Genealogists typically think of sources of information that last forever. For instance, we have been taught to always cite our sources. That is, to tell where we found the information. The primary reason is so that other genealogists who follow behind us can verify the information, should they wish to do so. That works well for census records and other paper documentation that will probably be preserved in some format for centuries. However, what about citations that point to sources that will probably disappear within 100 days?
Writing in the Library of Congress' web site, Nicholas Taylor, Information Technology Specialist for the Repository Development Group, provides some interesting statistics:
What is the average lifespan of webpage? Predictably, estimates vary and vary over time. A 1997 special report in Scientific American claimed 44 days. A subsequent 2001 academic study in IEEE Computer suggested 75 days. More recently, in 2003, a Washington Post article indicated that the number was 100 days.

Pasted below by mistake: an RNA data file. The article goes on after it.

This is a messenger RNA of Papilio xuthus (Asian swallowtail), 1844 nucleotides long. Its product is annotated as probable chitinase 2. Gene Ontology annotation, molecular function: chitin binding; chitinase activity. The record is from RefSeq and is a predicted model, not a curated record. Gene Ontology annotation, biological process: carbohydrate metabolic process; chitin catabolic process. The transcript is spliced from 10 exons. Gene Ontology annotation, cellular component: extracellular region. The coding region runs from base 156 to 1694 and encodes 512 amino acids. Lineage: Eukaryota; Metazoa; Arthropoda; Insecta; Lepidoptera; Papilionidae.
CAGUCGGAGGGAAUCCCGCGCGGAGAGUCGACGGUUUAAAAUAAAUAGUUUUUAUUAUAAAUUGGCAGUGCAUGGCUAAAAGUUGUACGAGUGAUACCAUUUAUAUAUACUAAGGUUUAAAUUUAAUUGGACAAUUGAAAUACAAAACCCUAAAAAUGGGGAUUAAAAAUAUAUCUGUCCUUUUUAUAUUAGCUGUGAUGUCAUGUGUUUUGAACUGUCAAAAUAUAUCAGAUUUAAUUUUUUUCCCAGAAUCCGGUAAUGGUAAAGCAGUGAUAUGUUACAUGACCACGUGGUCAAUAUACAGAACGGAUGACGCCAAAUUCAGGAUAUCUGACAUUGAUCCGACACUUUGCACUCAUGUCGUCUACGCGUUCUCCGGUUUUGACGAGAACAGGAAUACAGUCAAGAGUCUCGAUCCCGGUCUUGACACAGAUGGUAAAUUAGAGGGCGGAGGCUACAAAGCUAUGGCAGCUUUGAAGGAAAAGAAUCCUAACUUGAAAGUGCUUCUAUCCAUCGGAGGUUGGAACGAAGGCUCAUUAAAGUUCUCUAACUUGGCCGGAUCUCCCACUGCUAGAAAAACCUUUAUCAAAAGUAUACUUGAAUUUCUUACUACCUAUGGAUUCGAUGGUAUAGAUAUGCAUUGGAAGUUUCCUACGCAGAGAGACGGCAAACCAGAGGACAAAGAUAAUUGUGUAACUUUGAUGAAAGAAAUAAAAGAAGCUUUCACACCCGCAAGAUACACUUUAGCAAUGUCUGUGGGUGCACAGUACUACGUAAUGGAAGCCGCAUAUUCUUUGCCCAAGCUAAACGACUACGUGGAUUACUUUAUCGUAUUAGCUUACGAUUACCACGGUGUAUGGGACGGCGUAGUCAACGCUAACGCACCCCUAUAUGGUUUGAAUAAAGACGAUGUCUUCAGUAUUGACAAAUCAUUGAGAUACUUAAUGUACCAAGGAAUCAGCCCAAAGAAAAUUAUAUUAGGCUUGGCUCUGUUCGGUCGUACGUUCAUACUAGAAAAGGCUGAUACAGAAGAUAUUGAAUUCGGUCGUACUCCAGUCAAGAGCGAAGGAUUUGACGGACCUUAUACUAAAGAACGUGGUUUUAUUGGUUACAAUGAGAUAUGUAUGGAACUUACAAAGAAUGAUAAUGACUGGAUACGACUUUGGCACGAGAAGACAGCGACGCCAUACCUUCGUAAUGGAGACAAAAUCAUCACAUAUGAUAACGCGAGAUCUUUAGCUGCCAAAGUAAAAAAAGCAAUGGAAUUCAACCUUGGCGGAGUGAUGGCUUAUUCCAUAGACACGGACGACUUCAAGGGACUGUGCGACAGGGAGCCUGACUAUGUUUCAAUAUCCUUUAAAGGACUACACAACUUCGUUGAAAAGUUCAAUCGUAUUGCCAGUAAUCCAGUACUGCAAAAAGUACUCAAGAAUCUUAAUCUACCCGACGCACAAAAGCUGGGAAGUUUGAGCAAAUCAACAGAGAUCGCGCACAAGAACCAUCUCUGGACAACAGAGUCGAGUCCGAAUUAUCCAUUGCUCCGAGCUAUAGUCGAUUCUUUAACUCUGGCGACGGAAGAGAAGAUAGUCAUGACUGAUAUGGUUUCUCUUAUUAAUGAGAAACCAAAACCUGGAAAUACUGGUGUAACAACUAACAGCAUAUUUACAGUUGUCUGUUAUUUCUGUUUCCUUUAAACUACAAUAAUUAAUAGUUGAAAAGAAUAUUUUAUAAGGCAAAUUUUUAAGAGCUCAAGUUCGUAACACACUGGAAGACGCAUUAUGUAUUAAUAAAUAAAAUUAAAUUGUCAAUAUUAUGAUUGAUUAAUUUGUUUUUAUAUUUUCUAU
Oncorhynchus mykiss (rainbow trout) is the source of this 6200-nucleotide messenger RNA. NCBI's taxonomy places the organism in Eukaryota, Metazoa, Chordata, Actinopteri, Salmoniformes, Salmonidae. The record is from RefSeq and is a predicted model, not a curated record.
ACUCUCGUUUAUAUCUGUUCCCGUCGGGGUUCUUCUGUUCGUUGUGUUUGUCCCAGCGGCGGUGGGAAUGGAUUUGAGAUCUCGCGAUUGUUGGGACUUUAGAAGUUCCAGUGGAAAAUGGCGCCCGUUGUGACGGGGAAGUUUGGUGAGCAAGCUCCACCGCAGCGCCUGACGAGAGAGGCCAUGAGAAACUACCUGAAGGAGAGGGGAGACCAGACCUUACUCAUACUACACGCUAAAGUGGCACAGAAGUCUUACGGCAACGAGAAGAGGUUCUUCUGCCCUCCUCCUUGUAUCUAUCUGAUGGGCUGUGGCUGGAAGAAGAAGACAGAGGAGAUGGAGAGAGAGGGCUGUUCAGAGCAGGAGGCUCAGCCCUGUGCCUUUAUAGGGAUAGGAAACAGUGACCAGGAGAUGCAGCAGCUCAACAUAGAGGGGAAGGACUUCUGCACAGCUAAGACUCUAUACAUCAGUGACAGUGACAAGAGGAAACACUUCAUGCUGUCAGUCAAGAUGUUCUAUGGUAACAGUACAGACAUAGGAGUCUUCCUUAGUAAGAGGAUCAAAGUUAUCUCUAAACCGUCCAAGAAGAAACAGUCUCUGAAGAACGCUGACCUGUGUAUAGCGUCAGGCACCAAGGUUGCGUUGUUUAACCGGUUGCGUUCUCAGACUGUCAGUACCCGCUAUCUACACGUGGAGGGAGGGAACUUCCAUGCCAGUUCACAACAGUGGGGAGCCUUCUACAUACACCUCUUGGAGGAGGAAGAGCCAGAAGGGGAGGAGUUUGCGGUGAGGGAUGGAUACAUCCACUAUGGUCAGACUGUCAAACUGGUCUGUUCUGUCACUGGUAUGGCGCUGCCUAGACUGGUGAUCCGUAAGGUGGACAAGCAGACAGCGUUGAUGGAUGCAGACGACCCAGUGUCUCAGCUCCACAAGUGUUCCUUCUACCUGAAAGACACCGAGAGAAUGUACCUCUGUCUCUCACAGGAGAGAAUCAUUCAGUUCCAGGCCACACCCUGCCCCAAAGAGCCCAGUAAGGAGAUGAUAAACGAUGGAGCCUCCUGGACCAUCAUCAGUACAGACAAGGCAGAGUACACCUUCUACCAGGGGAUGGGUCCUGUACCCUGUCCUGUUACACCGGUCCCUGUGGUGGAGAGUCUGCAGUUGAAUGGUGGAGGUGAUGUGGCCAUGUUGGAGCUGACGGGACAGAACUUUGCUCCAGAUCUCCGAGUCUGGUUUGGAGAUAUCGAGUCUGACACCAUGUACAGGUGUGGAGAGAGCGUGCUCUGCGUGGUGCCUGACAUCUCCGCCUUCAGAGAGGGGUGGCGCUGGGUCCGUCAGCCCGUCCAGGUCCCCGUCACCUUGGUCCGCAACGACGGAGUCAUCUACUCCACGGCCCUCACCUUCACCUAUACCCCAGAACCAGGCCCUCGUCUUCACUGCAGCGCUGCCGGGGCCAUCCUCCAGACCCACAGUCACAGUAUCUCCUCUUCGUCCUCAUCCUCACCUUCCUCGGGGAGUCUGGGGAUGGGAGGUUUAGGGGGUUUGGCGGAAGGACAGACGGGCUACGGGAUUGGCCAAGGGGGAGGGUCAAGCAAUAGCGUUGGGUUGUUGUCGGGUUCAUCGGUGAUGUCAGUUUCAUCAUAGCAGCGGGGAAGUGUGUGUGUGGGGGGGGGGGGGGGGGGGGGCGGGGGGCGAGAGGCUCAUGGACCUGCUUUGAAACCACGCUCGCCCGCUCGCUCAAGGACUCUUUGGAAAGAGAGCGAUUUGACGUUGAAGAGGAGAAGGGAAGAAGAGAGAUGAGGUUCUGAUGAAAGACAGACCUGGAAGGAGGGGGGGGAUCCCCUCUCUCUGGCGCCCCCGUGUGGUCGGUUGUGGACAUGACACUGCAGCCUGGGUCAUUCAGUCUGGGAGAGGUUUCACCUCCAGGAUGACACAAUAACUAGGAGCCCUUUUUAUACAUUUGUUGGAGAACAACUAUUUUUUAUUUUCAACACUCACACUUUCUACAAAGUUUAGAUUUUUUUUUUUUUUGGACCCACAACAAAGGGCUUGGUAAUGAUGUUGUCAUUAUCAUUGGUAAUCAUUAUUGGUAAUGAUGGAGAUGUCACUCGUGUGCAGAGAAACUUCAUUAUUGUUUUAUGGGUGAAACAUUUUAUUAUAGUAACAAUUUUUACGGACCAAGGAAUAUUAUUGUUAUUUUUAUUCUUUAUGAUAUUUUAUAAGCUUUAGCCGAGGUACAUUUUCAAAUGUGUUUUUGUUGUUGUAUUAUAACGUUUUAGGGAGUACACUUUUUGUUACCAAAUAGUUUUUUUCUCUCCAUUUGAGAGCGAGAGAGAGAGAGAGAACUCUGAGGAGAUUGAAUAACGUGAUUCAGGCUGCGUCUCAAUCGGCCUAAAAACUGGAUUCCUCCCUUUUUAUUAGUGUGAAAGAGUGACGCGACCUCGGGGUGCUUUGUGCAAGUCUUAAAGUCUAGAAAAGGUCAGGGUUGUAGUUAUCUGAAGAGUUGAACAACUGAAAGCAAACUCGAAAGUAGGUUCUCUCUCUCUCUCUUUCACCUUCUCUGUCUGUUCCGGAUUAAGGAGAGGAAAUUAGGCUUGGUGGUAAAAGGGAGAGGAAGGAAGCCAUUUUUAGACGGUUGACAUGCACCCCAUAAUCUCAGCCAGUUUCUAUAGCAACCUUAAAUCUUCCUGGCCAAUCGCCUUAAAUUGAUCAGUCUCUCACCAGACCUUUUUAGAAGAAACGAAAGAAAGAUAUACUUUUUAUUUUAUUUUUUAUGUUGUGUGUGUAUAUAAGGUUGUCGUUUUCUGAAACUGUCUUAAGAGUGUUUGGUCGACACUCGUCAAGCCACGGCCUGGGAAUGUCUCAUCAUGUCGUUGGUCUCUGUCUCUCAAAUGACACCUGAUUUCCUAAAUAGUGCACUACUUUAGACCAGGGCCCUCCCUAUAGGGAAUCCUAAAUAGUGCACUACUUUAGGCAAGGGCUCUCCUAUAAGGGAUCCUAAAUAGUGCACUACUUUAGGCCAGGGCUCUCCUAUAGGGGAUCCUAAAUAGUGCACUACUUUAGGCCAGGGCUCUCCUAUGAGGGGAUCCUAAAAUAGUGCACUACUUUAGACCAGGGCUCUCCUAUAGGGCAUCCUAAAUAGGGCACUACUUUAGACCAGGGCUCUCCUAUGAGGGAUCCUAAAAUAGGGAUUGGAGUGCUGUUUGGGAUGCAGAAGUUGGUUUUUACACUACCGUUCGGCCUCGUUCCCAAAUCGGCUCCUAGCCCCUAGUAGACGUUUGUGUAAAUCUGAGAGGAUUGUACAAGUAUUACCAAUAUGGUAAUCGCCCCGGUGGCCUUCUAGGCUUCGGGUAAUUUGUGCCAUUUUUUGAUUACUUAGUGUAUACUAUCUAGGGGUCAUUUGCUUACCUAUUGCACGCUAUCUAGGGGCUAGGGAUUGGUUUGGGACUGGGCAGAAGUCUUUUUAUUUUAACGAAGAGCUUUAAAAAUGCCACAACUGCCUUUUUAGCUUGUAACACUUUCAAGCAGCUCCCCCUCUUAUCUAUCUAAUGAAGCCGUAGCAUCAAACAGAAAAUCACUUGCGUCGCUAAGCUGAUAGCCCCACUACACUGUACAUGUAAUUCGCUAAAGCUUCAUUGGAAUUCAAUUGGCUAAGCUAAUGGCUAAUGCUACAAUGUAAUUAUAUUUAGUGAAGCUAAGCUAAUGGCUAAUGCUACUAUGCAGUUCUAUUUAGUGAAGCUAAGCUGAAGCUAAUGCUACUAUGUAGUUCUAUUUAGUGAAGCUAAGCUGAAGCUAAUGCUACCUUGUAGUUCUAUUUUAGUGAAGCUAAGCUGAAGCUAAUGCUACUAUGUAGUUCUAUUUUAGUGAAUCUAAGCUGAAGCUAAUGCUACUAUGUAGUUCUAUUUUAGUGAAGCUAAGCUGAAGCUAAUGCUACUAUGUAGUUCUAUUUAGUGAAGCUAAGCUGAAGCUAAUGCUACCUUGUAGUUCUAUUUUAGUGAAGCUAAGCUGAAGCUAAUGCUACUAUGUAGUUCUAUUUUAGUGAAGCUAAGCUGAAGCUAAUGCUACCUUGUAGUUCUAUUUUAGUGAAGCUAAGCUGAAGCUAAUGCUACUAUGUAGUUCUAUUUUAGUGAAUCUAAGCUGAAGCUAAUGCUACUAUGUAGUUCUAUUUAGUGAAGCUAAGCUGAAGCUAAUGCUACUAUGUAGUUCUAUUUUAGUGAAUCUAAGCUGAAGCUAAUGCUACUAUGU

While there appear to be overall fewer estimates of webpage longevity floating around than, say, the amount of data stored in the Library of Congress, we can at least feel more assured that they’ve all come from someone who should know: Brewster Kahle, founder of the Internet Archive.
(For an explanation of Brewster Kahle's credentials, see my interview with him at http://goo.gl/s7pOg.)
Nicholas Taylor then goes on to describe the problems in a bit of detail, although he doesn't offer any ready-made solutions. You can read the interesting article at http://goo.gl/vciml.
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